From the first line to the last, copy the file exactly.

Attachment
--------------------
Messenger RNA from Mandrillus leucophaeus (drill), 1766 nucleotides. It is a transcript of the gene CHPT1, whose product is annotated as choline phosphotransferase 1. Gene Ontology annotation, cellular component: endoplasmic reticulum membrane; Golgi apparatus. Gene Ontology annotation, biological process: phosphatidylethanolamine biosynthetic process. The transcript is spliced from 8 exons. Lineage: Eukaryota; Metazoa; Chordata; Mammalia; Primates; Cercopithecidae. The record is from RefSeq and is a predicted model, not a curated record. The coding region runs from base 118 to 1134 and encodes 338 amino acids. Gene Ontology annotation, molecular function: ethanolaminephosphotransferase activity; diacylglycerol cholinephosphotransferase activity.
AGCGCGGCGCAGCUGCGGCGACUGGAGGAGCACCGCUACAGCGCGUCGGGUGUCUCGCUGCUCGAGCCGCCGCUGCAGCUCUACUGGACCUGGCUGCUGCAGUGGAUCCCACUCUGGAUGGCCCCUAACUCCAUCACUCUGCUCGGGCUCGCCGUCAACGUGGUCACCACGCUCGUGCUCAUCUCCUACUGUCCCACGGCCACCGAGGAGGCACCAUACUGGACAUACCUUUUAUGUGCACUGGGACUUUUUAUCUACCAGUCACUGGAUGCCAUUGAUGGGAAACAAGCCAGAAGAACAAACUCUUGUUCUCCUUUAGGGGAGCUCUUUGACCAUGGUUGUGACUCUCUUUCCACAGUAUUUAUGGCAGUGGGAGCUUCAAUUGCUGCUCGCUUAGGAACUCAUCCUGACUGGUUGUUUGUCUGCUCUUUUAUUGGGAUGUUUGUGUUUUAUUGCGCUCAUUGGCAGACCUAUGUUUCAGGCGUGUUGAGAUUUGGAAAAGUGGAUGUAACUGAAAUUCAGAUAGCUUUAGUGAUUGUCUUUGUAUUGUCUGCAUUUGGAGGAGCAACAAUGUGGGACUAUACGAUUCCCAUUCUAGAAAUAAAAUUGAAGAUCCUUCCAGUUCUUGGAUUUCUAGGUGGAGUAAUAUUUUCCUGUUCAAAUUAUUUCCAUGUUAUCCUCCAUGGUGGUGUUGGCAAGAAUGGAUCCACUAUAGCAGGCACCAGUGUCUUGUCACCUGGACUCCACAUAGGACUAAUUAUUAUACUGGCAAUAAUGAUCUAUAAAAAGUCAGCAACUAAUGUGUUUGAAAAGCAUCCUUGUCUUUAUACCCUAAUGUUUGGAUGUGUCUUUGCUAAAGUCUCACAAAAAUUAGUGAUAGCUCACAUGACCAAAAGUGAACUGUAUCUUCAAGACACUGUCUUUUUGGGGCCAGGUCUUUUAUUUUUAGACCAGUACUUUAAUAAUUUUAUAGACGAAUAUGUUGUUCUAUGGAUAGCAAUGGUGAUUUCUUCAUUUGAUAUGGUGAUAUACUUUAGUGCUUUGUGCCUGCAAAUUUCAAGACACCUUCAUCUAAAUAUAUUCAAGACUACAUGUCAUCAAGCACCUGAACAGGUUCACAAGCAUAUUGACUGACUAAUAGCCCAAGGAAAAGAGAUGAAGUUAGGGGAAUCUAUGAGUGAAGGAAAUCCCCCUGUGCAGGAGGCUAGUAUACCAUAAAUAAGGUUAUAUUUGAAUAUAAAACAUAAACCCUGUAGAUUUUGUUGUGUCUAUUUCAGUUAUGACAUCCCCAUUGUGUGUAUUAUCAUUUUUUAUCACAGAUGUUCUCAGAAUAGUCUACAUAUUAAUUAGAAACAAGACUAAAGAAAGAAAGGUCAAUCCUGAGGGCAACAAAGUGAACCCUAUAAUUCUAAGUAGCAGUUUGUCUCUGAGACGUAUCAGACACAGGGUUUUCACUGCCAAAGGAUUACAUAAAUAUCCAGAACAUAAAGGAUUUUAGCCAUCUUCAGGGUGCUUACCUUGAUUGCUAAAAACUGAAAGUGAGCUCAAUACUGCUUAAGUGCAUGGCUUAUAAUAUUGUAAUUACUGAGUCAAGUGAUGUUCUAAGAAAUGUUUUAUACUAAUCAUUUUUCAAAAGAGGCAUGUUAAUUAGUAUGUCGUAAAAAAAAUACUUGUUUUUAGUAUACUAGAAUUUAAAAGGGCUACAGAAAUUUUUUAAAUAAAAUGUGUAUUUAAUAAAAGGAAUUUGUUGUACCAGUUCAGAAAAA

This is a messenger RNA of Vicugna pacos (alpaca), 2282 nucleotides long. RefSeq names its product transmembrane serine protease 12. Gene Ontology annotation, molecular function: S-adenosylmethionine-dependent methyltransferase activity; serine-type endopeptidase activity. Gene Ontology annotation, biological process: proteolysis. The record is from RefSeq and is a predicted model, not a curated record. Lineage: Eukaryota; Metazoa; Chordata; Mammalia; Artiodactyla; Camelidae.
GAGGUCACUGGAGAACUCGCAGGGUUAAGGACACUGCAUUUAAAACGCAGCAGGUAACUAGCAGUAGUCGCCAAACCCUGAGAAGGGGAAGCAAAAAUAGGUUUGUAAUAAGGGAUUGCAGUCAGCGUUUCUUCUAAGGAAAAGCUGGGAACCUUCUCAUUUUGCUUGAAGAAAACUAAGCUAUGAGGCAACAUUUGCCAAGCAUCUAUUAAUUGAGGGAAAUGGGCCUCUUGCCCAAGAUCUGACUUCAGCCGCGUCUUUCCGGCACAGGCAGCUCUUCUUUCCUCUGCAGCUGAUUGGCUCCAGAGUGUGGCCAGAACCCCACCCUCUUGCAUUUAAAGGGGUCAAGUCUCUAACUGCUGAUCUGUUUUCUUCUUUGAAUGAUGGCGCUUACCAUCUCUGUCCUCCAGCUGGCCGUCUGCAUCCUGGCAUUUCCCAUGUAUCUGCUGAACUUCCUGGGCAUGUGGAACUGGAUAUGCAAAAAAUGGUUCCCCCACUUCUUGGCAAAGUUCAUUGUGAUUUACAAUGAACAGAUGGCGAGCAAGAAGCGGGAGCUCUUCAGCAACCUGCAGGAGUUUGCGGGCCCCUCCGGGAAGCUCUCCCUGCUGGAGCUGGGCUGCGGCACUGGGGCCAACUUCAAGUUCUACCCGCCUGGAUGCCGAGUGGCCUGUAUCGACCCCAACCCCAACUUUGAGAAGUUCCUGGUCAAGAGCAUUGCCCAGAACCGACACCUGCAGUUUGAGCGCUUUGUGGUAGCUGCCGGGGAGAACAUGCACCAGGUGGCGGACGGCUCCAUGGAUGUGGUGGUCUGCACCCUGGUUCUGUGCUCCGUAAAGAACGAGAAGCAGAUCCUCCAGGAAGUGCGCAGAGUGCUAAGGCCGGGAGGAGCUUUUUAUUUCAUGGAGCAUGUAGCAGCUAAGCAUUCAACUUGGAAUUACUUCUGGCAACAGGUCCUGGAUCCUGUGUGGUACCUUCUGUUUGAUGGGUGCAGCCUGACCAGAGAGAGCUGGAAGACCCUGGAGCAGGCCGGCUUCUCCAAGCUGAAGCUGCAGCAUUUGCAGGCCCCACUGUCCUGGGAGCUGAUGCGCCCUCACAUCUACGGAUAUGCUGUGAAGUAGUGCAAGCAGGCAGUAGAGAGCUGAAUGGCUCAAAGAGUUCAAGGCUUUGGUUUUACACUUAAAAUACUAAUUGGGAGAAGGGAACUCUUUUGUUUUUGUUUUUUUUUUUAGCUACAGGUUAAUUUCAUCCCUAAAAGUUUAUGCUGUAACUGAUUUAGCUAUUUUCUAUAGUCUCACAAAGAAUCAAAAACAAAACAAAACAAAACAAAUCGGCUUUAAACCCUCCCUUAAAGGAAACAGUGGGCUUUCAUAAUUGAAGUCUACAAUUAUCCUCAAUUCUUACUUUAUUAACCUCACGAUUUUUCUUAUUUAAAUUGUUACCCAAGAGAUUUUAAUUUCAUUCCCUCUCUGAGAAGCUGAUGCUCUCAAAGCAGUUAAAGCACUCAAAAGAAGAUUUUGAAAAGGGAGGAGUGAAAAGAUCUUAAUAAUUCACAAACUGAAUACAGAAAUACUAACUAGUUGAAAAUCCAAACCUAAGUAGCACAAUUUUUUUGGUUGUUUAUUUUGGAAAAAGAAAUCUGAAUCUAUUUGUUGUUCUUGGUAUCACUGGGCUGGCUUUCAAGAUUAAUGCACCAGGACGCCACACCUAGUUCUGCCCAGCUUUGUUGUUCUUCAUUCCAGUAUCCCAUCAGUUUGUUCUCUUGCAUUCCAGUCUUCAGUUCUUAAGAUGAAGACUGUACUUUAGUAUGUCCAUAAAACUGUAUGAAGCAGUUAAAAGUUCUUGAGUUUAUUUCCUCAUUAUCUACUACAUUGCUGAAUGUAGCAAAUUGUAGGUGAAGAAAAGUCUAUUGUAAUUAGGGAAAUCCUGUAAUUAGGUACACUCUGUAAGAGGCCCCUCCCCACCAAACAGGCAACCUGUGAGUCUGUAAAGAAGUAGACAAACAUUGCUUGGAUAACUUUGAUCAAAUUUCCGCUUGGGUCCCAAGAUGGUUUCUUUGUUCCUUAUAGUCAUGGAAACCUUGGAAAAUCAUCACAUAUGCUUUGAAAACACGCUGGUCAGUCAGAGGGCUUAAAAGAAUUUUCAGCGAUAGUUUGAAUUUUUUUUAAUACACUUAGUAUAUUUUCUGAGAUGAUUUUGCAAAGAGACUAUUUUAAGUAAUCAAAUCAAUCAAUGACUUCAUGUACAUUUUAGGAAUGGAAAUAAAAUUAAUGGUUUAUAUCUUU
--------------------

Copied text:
Messenger RNA from Mandrillus leucophaeus (drill), 1766 nucleotides. It is a transcript of the gene CHPT1, whose product is annotated as choline phosphotransferase 1. Gene Ontology annotation, cellular component: endoplasmic reticulum membrane; Golgi apparatus. Gene Ontology annotation, biological process: phosphatidylethanolamine biosynthetic process. The transcript is spliced from 8 exons. Lineage: Eukaryota; Metazoa; Chordata; Mammalia; Primates; Cercopithecidae. The record is from RefSeq and is a predicted model, not a curated record. The coding region runs from base 118 to 1134 and encodes 338 amino acids. Gene Ontology annotation, molecular function: ethanolaminephosphotransferase activity; diacylglycerol cholinephosphotransferase activity.
AGCGCGGCGCAGCUGCGGCGACUGGAGGAGCACCGCUACAGCGCGUCGGGUGUCUCGCUGCUCGAGCCGCCGCUGCAGCUCUACUGGACCUGGCUGCUGCAGUGGAUCCCACUCUGGAUGGCCCCUAACUCCAUCACUCUGCUCGGGCUCGCCGUCAACGUGGUCACCACGCUCGUGCUCAUCUCCUACUGUCCCACGGCCACCGAGGAGGCACCAUACUGGACAUACCUUUUAUGUGCACUGGGACUUUUUAUCUACCAGUCACUGGAUGCCAUUGAUGGGAAACAAGCCAGAAGAACAAACUCUUGUUCUCCUUUAGGGGAGCUCUUUGACCAUGGUUGUGACUCUCUUUCCACAGUAUUUAUGGCAGUGGGAGCUUCAAUUGCUGCUCGCUUAGGAACUCAUCCUGACUGGUUGUUUGUCUGCUCUUUUAUUGGGAUGUUUGUGUUUUAUUGCGCUCAUUGGCAGACCUAUGUUUCAGGCGUGUUGAGAUUUGGAAAAGUGGAUGUAACUGAAAUUCAGAUAGCUUUAGUGAUUGUCUUUGUAUUGUCUGCAUUUGGAGGAGCAACAAUGUGGGACUAUACGAUUCCCAUUCUAGAAAUAAAAUUGAAGAUCCUUCCAGUUCUUGGAUUUCUAGGUGGAGUAAUAUUUUCCUGUUCAAAUUAUUUCCAUGUUAUCCUCCAUGGUGGUGUUGGCAAGAAUGGAUCCACUAUAGCAGGCACCAGUGUCUUGUCACCUGGACUCCACAUAGGACUAAUUAUUAUACUGGCAAUAAUGAUCUAUAAAAAGUCAGCAACUAAUGUGUUUGAAAAGCAUCCUUGUCUUUAUACCCUAAUGUUUGGAUGUGUCUUUGCUAAAGUCUCACAAAAAUUAGUGAUAGCUCACAUGACCAAAAGUGAACUGUAUCUUCAAGACACUGUCUUUUUGGGGCCAGGUCUUUUAUUUUUAGACCAGUACUUUAAUAAUUUUAUAGACGAAUAUGUUGUUCUAUGGAUAGCAAUGGUGAUUUCUUCAUUUGAUAUGGUGAUAUACUUUAGUGCUUUGUGCCUGCAAAUUUCAAGACACCUUCAUCUAAAUAUAUUCAAGACUACAUGUCAUCAAGCACCUGAACAGGUUCACAAGCAUAUUGACUGACUAAUAGCCCAAGGAAAAGAGAUGAAGUUAGGGGAAUCUAUGAGUGAAGGAAAUCCCCCUGUGCAGGAGGCUAGUAUACCAUAAAUAAGGUUAUAUUUGAAUAUAAAACAUAAACCCUGUAGAUUUUGUUGUGUCUAUUUCAGUUAUGACAUCCCCAUUGUGUGUAUUAUCAUUUUUUAUCACAGAUGUUCUCAGAAUAGUCUACAUAUUAAUUAGAAACAAGACUAAAGAAAGAAAGGUCAAUCCUGAGGGCAACAAAGUGAACCCUAUAAUUCUAAGUAGCAGUUUGUCUCUGAGACGUAUCAGACACAGGGUUUUCACUGCCAAAGGAUUACAUAAAUAUCCAGAACAUAAAGGAUUUUAGCCAUCUUCAGGGUGCUUACCUUGAUUGCUAAAAACUGAAAGUGAGCUCAAUACUGCUUAAGUGCAUGGCUUAUAAUAUUGUAAUUACUGAGUCAAGUGAUGUUCUAAGAAAUGUUUUAUACUAAUCAUUUUUCAAAAGAGGCAUGUUAAUUAGUAUGUCGUAAAAAAAAUACUUGUUUUUAGUAUACUAGAAUUUAAAAGGGCUACAGAAAUUUUUUAAAUAAAAUGUGUAUUUAAUAAAAGGAAUUUGUUGUACCAGUUCAGAAAAA

This is a messenger RNA of Vicugna pacos (alpaca), 2282 nucleotides long. RefSeq names its product transmembrane serine protease 12. Gene Ontology annotation, molecular function: S-adenosylmethionine-dependent methyltransferase activity; serine-type endopeptidase activity. Gene Ontology annotation, biological process: proteolysis. The record is from RefSeq and is a predicted model, not a curated record. Lineage: Eukaryota; Metazoa; Chordata; Mammalia; Artiodactyla; Camelidae.
GAGGUCACUGGAGAACUCGCAGGGUUAAGGACACUGCAUUUAAAACGCAGCAGGUAACUAGCAGUAGUCGCCAAACCCUGAGAAGGGGAAGCAAAAAUAGGUUUGUAAUAAGGGAUUGCAGUCAGCGUUUCUUCUAAGGAAAAGCUGGGAACCUUCUCAUUUUGCUUGAAGAAAACUAAGCUAUGAGGCAACAUUUGCCAAGCAUCUAUUAAUUGAGGGAAAUGGGCCUCUUGCCCAAGAUCUGACUUCAGCCGCGUCUUUCCGGCACAGGCAGCUCUUCUUUCCUCUGCAGCUGAUUGGCUCCAGAGUGUGGCCAGAACCCCACCCUCUUGCAUUUAAAGGGGUCAAGUCUCUAACUGCUGAUCUGUUUUCUUCUUUGAAUGAUGGCGCUUACCAUCUCUGUCCUCCAGCUGGCCGUCUGCAUCCUGGCAUUUCCCAUGUAUCUGCUGAACUUCCUGGGCAUGUGGAACUGGAUAUGCAAAAAAUGGUUCCCCCACUUCUUGGCAAAGUUCAUUGUGAUUUACAAUGAACAGAUGGCGAGCAAGAAGCGGGAGCUCUUCAGCAACCUGCAGGAGUUUGCGGGCCCCUCCGGGAAGCUCUCCCUGCUGGAGCUGGGCUGCGGCACUGGGGCCAACUUCAAGUUCUACCCGCCUGGAUGCCGAGUGGCCUGUAUCGACCCCAACCCCAACUUUGAGAAGUUCCUGGUCAAGAGCAUUGCCCAGAACCGACACCUGCAGUUUGAGCGCUUUGUGGUAGCUGCCGGGGAGAACAUGCACCAGGUGGCGGACGGCUCCAUGGAUGUGGUGGUCUGCACCCUGGUUCUGUGCUCCGUAAAGAACGAGAAGCAGAUCCUCCAGGAAGUGCGCAGAGUGCUAAGGCCGGGAGGAGCUUUUUAUUUCAUGGAGCAUGUAGCAGCUAAGCAUUCAACUUGGAAUUACUUCUGGCAACAGGUCCUGGAUCCUGUGUGGUACCUUCUGUUUGAUGGGUGCAGCCUGACCAGAGAGAGCUGGAAGACCCUGGAGCAGGCCGGCUUCUCCAAGCUGAAGCUGCAGCAUUUGCAGGCCCCACUGUCCUGGGAGCUGAUGCGCCCUCACAUCUACGGAUAUGCUGUGAAGUAGUGCAAGCAGGCAGUAGAGAGCUGAAUGGCUCAAAGAGUUCAAGGCUUUGGUUUUACACUUAAAAUACUAAUUGGGAGAAGGGAACUCUUUUGUUUUUGUUUUUUUUUUUAGCUACAGGUUAAUUUCAUCCCUAAAAGUUUAUGCUGUAACUGAUUUAGCUAUUUUCUAUAGUCUCACAAAGAAUCAAAAACAAAACAAAACAAAACAAAUCGGCUUUAAACCCUCCCUUAAAGGAAACAGUGGGCUUUCAUAAUUGAAGUCUACAAUUAUCCUCAAUUCUUACUUUAUUAACCUCACGAUUUUUCUUAUUUAAAUUGUUACCCAAGAGAUUUUAAUUUCAUUCCCUCUCUGAGAAGCUGAUGCUCUCAAAGCAGUUAAAGCACUCAAAAGAAGAUUUUGAAAAGGGAGGAGUGAAAAGAUCUUAAUAAUUCACAAACUGAAUACAGAAAUACUAACUAGUUGAAAAUCCAAACCUAAGUAGCACAAUUUUUUUGGUUGUUUAUUUUGGAAAAAGAAAUCUGAAUCUAUUUGUUGUUCUUGGUAUCACUGGGCUGGCUUUCAAGAUUAAUGCACCAGGACGCCACACCUAGUUCUGCCCAGCUUUGUUGUUCUUCAUUCCAGUAUCCCAUCAGUUUGUUCUCUUGCAUUCCAGUCUUCAGUUCUUAAGAUGAAGACUGUACUUUAGUAUGUCCAUAAAACUGUAUGAAGCAGUUAAAAGUUCUUGAGUUUAUUUCCUCAUUAUCUACUACAUUGCUGAAUGUAGCAAAUUGUAGGUGAAGAAAAGUCUAUUGUAAUUAGGGAAAUCCUGUAAUUAGGUACACUCUGUAAGAGGCCCCUCCCCACCAAACAGGCAACCUGUGAGUCUGUAAAGAAGUAGACAAACAUUGCUUGGAUAACUUUGAUCAAAUUUCCGCUUGGGUCCCAAGAUGGUUUCUUUGUUCCUUAUAGUCAUGGAAACCUUGGAAAAUCAUCACAUAUGCUUUGAAAACACGCUGGUCAGUCAGAGGGCUUAAAAGAAUUUUCAGCGAUAGUUUGAAUUUUUUUUAAUACACUUAGUAUAUUUUCUGAGAUGAUUUUGCAAAGAGACUAUUUUAAGUAAUCAAAUCAAUCAAUGACUUCAUGUACAUUUUAGGAAUGGAAAUAAAAUUAAUGGUUUAUAUCUUU